Robert Macpherson uses reductive and systematic approaches to make expansive works. His starting points may be specific - what might be the least that has to be done to make a painting, or the permutations of a single repeated mark - but through his determined exploration of each stage of the investigation, extraordinary riches and complexities unfold. His methodology has its roots in his early engagement and dialogue with writings by Clement Greenberg on the essential nature of painting but has since expanded to embrace the relationships between the sign and the signified, the revealed and the obscured, between language and image.
If questions of 'art' constitute part of this exchange, the quotidian world and lived experience makes an important contribution. In an early work his investigation into the nature of a painting resolves itself into a consideration - and celebration - of the paintbrush itself: a tool used by both the worker and the artist. 'Relics of Boredom' sculptures 1978-81 displays a collection of found objects - rubber bands assembled into a ball, silver foil scrunched up into volumes, arrangements of paperclips - that had been left behind by people in the office block where MacPherson worked as a cleaner for three years. He notes that they are 'relics of the tactile need that makes everyone an artist'.
Many of his paintings use images and texts taken from the hand-made signs that populate Australian roads and highways advertising goods for sale, fruit, food or services: he has written that these black and white paintings allow him to explore 'a wonderful directness of means and an unselfconsciousness in the use of paint often lost in so called high art'. These works also brilliantly express a world of democratic signification where effective and direct solutions are found to complex issues of representation. Similar concerns animate the series of drawings he has made under the alter ego of Robert Penne, a pupil at St Josephs Convent, allowing him to represent a world (and an Australia) as ordered and understood by a twelve-year-old child.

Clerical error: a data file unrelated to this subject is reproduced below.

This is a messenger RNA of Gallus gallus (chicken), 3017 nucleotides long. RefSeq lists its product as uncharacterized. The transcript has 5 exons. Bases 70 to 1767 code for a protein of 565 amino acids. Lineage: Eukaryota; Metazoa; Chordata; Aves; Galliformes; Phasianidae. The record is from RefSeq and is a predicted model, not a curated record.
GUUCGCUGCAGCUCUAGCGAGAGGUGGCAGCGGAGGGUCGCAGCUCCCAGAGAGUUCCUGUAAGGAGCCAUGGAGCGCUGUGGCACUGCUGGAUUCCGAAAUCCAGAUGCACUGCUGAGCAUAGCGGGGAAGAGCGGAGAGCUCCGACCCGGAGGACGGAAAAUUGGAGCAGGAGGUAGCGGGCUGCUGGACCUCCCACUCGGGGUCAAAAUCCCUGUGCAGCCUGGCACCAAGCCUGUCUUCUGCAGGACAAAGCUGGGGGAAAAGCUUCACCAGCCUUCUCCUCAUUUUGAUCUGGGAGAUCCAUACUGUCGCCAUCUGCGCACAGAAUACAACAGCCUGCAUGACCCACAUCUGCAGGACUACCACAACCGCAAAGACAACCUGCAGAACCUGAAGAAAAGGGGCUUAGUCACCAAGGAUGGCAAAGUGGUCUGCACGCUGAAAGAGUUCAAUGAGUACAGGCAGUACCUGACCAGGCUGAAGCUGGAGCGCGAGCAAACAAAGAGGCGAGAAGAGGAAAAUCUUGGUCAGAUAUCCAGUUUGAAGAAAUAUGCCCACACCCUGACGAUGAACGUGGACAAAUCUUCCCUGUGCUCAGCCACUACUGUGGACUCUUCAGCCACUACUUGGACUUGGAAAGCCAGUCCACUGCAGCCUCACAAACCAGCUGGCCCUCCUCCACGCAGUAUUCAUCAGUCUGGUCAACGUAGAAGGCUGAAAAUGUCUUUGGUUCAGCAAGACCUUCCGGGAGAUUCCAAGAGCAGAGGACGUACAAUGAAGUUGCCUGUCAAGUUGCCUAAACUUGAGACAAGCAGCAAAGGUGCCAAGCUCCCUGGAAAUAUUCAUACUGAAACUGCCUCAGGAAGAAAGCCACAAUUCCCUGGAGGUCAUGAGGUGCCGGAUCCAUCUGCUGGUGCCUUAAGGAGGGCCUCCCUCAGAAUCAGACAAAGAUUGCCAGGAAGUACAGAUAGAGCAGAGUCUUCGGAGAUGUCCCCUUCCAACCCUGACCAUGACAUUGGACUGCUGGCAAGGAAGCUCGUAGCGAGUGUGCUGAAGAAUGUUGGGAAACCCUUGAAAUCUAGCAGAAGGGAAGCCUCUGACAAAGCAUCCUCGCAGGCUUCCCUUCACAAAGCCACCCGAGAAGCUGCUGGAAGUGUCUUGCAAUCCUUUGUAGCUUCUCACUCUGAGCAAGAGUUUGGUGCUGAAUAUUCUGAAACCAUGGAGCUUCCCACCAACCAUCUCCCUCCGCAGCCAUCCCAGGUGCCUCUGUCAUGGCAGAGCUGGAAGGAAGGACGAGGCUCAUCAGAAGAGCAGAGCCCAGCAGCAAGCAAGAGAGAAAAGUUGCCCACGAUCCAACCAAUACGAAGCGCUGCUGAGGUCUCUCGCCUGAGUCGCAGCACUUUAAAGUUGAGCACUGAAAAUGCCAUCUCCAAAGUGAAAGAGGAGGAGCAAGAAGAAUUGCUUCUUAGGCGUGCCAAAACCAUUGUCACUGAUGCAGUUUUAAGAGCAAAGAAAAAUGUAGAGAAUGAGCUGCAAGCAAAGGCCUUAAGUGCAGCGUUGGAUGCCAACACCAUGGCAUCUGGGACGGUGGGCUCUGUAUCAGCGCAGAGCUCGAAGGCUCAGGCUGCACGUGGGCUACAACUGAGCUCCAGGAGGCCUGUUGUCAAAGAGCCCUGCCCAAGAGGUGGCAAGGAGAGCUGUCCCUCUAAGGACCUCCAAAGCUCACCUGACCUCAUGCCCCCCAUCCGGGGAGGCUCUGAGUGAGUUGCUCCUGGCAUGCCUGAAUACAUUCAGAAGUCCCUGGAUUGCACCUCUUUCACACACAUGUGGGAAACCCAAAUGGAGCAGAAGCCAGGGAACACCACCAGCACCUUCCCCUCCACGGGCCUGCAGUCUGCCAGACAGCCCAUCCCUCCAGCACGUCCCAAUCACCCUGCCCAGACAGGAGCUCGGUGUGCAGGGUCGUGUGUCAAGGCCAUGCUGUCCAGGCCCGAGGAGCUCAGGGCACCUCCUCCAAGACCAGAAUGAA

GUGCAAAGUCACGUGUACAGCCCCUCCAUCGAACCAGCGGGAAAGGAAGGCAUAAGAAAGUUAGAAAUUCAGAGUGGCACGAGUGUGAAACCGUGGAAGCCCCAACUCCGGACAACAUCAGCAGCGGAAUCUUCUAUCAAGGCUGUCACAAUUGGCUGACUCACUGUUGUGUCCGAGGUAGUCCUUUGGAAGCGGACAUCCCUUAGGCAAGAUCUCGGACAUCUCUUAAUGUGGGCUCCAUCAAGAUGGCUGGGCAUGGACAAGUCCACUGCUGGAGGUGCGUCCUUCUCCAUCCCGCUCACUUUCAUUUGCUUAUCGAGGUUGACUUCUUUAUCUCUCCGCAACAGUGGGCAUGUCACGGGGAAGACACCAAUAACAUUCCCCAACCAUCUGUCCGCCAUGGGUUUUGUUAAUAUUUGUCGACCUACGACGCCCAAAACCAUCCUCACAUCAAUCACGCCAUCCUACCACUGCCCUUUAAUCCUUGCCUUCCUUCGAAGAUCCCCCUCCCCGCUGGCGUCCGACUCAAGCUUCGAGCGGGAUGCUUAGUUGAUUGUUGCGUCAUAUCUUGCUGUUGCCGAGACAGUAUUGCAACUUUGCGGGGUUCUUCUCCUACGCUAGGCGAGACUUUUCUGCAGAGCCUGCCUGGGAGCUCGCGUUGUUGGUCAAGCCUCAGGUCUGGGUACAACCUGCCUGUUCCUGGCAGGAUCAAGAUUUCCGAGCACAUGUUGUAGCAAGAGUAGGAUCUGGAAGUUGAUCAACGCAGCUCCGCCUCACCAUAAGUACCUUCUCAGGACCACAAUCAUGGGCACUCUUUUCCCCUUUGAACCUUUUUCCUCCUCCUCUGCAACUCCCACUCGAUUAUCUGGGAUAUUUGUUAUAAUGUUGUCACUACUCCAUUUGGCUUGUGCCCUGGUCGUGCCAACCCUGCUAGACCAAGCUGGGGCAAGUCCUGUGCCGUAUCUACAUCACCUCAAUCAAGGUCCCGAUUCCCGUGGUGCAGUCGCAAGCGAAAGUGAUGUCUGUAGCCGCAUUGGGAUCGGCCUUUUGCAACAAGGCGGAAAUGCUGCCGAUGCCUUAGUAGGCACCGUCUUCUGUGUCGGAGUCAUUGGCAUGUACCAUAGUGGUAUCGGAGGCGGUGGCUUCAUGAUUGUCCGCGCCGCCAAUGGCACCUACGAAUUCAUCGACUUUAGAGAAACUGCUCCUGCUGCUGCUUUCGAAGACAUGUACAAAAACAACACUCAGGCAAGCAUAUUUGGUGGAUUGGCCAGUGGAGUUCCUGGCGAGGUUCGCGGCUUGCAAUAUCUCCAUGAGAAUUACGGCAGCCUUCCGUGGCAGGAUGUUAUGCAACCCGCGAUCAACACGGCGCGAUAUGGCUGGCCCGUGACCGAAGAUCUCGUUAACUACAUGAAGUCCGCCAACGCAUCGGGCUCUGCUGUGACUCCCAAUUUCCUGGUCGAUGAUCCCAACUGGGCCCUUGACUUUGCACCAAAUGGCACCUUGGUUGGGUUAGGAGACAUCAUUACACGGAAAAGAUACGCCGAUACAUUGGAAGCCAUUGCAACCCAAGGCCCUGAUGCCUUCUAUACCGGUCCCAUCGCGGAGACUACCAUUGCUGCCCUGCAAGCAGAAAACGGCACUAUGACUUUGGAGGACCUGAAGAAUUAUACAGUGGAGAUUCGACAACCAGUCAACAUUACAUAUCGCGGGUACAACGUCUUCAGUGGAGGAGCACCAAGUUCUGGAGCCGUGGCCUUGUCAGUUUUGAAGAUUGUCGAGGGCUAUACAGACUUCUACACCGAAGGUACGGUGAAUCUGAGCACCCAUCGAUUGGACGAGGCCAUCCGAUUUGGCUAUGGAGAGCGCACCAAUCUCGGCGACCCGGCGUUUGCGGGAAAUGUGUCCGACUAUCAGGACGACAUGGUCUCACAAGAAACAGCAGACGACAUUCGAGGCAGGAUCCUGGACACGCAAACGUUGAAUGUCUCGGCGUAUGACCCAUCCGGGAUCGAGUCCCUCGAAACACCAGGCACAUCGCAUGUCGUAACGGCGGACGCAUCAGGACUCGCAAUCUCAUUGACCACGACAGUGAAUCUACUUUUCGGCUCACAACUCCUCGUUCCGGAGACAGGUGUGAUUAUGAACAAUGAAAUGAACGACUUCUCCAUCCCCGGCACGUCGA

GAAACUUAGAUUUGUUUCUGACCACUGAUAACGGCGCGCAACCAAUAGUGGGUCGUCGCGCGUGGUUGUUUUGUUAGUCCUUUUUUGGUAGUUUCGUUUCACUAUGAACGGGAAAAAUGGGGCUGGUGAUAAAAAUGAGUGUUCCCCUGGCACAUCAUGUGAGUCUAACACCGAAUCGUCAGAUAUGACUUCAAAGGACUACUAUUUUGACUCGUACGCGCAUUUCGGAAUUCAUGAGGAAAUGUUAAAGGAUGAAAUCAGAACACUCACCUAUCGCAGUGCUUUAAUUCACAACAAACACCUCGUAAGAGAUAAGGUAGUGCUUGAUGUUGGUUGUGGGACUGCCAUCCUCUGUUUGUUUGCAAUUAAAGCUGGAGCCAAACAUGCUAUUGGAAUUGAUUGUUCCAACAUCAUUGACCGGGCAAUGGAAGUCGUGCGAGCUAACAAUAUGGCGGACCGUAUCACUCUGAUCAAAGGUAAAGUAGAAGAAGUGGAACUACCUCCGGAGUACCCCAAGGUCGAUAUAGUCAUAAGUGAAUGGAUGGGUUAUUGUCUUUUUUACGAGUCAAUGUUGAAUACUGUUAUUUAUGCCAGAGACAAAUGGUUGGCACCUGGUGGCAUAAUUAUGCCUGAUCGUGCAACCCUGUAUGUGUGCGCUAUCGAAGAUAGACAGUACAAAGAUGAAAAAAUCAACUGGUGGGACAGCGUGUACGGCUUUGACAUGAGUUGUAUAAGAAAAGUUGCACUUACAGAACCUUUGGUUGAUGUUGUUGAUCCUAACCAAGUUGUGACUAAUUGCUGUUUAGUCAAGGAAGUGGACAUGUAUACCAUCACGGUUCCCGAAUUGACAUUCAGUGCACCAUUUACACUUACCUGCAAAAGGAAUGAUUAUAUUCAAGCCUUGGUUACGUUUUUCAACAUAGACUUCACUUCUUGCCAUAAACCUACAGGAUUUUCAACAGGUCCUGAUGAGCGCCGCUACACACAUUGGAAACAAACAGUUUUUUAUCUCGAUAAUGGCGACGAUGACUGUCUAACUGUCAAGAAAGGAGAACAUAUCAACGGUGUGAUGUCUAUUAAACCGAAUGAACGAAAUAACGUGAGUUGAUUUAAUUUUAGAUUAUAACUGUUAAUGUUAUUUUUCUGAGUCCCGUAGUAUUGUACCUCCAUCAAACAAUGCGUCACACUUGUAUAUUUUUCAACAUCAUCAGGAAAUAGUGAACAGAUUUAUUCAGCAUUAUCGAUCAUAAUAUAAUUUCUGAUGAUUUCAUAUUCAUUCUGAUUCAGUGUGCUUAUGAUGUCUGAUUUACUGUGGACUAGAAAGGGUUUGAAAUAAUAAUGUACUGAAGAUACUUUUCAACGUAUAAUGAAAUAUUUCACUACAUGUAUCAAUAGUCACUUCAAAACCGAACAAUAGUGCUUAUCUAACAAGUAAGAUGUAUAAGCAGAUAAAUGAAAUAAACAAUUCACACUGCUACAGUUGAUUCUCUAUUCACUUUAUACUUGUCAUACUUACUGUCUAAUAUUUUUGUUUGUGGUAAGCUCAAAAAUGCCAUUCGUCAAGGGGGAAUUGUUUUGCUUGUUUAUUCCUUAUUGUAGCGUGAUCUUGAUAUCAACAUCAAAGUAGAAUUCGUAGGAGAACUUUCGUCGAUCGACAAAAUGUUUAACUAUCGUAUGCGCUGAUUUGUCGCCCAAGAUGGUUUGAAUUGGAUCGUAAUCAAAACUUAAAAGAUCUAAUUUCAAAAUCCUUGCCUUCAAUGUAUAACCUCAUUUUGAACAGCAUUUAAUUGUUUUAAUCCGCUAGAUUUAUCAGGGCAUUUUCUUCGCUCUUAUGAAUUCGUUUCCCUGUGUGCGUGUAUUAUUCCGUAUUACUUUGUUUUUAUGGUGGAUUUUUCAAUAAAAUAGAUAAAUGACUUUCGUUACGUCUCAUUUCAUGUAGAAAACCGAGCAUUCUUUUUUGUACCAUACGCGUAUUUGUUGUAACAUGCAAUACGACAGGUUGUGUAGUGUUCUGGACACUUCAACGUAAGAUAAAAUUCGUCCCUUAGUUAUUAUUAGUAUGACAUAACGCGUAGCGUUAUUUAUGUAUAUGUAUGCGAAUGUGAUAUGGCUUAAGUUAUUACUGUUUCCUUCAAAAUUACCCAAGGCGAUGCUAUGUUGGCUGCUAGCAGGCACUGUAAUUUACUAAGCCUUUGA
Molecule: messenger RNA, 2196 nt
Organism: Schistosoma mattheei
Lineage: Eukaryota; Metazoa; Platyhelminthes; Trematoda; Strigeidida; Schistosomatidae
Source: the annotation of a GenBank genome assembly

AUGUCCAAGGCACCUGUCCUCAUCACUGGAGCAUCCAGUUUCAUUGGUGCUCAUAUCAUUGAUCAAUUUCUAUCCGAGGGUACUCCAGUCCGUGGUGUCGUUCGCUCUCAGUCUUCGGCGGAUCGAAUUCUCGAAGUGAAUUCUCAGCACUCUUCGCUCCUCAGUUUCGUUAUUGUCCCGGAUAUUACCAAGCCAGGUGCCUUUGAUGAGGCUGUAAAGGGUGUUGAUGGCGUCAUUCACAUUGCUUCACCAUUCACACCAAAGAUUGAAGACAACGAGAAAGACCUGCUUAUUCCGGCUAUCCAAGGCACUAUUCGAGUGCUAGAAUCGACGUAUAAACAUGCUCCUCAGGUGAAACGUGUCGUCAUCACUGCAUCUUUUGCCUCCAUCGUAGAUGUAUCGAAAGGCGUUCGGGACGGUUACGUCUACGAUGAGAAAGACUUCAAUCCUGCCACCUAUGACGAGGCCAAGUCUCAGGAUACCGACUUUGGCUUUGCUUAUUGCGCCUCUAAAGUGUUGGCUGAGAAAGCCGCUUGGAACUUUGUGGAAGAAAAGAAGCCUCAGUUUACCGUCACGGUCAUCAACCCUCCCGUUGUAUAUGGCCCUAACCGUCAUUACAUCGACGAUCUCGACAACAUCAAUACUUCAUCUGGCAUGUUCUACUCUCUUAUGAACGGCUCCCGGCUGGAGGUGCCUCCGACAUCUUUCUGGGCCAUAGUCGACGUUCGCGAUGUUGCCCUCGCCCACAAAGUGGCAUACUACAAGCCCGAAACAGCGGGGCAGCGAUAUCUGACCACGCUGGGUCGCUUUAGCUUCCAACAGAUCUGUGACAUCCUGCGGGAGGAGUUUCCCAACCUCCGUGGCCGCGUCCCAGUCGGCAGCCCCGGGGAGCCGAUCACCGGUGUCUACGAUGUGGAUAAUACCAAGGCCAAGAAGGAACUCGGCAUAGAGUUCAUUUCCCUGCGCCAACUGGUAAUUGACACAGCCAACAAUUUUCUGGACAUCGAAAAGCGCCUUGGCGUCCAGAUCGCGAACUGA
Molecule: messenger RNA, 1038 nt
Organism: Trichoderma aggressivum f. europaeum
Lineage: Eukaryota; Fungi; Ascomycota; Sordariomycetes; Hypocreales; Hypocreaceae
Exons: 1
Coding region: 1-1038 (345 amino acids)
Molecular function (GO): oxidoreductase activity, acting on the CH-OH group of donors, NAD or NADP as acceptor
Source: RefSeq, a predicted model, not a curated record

Much of Macpherson's work travels under the banner of 'Poems' - as in the 'Frog Poems' a title that links many formally disparate works - and poetry is at the heart of his practice. Through the mechanism of combining different taxonomical indexes and focusing on seemingly simple acts that are so central to our lives, a vast engine of association moves into action. The grounding of the work in the every-day, in the way we understand and describe our world through words and listings, our groupings of information gives his practice a political charge and is also central to the sense of wonder that lies there: it is a celebration of our languages and quixotic understandings of the world.
© Richard Grayson 2011